Or, with those orders melting away, the stock price does the same, the cash flow dries up, and Boeing is forced to file Chapter 11, or Boeing the corporation decides to bail from commercial aviation as did Lockheed.

If the aviation industry takes a massive hit, and it will, Boeing will be just as badly affected, and it is already seriously weakened by the MAX fiasco. This crisis could very well finish it off, at least the commercial airplane division, at worst. At best it may only kill off the MAX.

Honestly I can't see any silver lining in the COVID-19 crisis, for the airlines and for the manufacturers. Boeing is already in dire shape because of the MAX. Maybe there is one potential benefit for MAX "operators", they're already removed from their active fleets.

Beech


More likely the governments around the world print money to bail out the airlines and other industries. If the whole world does it then it hopefully won't cause too much inflation.
 
StTim
Posts: 3714
Joined: Thu Aug 08, 2013 7:39 am

Re: Boeing 737MAX Grounding, General Discussion Thread, March 2020

Tue Mar 17, 2020 7:47 pm

744SPX wrote:
Boeing should be working on NSA with total abandon right now. Boeing needs to drop the MAX before they are forced to (inevitable deluge of order cancellations), suck it up, admit they were wrong and offer a new aircraft that isn't value engineered. That's the only way they will get my trust back. They have the ability.

Oh, and recycle all that MAX aluminum.


Just exactly how would they fund this? Developing a new plane under government support. Hmmm - lets see how the WTO rule on that one.
 
uta999
Posts: 917
Joined: Mon Jun 14, 2010 11:10 am

Re: Boeing 737MAX Grounding, General Discussion Thread, March 2020

Tue Mar 17, 2020 8:33 pm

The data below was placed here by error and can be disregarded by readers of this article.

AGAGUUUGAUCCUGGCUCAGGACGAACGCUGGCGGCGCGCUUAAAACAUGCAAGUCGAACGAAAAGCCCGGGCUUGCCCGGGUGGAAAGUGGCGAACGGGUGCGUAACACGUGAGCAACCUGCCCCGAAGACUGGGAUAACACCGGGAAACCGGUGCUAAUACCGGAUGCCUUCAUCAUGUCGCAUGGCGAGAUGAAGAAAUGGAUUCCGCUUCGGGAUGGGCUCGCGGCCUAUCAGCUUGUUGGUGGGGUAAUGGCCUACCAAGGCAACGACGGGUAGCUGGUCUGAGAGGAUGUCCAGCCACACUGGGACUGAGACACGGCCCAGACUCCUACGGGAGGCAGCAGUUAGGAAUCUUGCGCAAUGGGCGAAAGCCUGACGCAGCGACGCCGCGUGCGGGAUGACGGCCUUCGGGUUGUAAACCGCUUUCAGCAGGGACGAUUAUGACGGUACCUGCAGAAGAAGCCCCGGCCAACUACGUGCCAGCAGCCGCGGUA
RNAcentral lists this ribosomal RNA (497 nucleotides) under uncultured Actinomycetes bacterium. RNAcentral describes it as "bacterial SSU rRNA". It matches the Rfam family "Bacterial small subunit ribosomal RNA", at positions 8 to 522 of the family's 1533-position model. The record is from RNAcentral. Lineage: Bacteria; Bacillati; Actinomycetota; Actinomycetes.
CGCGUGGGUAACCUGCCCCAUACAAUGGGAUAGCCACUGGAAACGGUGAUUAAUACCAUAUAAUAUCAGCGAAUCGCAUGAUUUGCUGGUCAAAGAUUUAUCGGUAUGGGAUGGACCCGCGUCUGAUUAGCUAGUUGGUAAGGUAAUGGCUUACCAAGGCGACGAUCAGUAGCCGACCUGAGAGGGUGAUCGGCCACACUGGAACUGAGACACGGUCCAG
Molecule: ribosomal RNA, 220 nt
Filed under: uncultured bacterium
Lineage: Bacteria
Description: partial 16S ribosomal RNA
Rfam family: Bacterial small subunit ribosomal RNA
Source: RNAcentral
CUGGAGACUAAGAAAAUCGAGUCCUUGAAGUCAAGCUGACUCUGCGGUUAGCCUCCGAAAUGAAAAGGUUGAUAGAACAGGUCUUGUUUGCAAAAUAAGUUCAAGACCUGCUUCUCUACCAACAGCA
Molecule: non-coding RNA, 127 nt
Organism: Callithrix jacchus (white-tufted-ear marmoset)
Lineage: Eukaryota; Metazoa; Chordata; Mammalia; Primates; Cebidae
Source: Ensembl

Now would be a good time for Boeing to announce the cancellation of the entire MAX program. It would be completely lost and ignored by the mainstream media because of other news.

Airlines would be grateful not to have to take their rather optimistic orders, and Boeing won’t make a loss on building more.

They could actually come out of this stronger, with a new replacement arriving at about the time, when this industry starts returning to normal in about 3-4 years time.

The 777X program should also be delayed until then as well, to facilitate a newer generation engine.
Your computer just got better
 
User avatar
flyingphil
Posts: 312
Joined: Wed May 16, 2007 2:56 am

Re: Boeing 737MAX Grounding, General Discussion Thread, March 2020

Wed Mar 18, 2020 12:03 am

So Boeing wanting the Government (tax payers) to bail out it's supply chain.. meanwhile it's stocks plummet..

"Boeing shares fell a breathtaking 24% on Monday. Investors are abandoning air-travel stocks as the fallout from the Covid-19 coronavirus pandemic grows. The stock is now pricing “aero-mageddon.”
https://www.barrons.com/articles/boeing ... 1584392984
(Note the picture they have chosen.. duh)

Where does it leave the 737MAX?
A few months back cancelling the whole thing seemed far fetched .. now?
Things have changed drastically .. progress to recertification is painfully slow, demand for air travel has fallen off a cliff.. may not recover for a year or two, no new orders
Seems to be a lack of leadership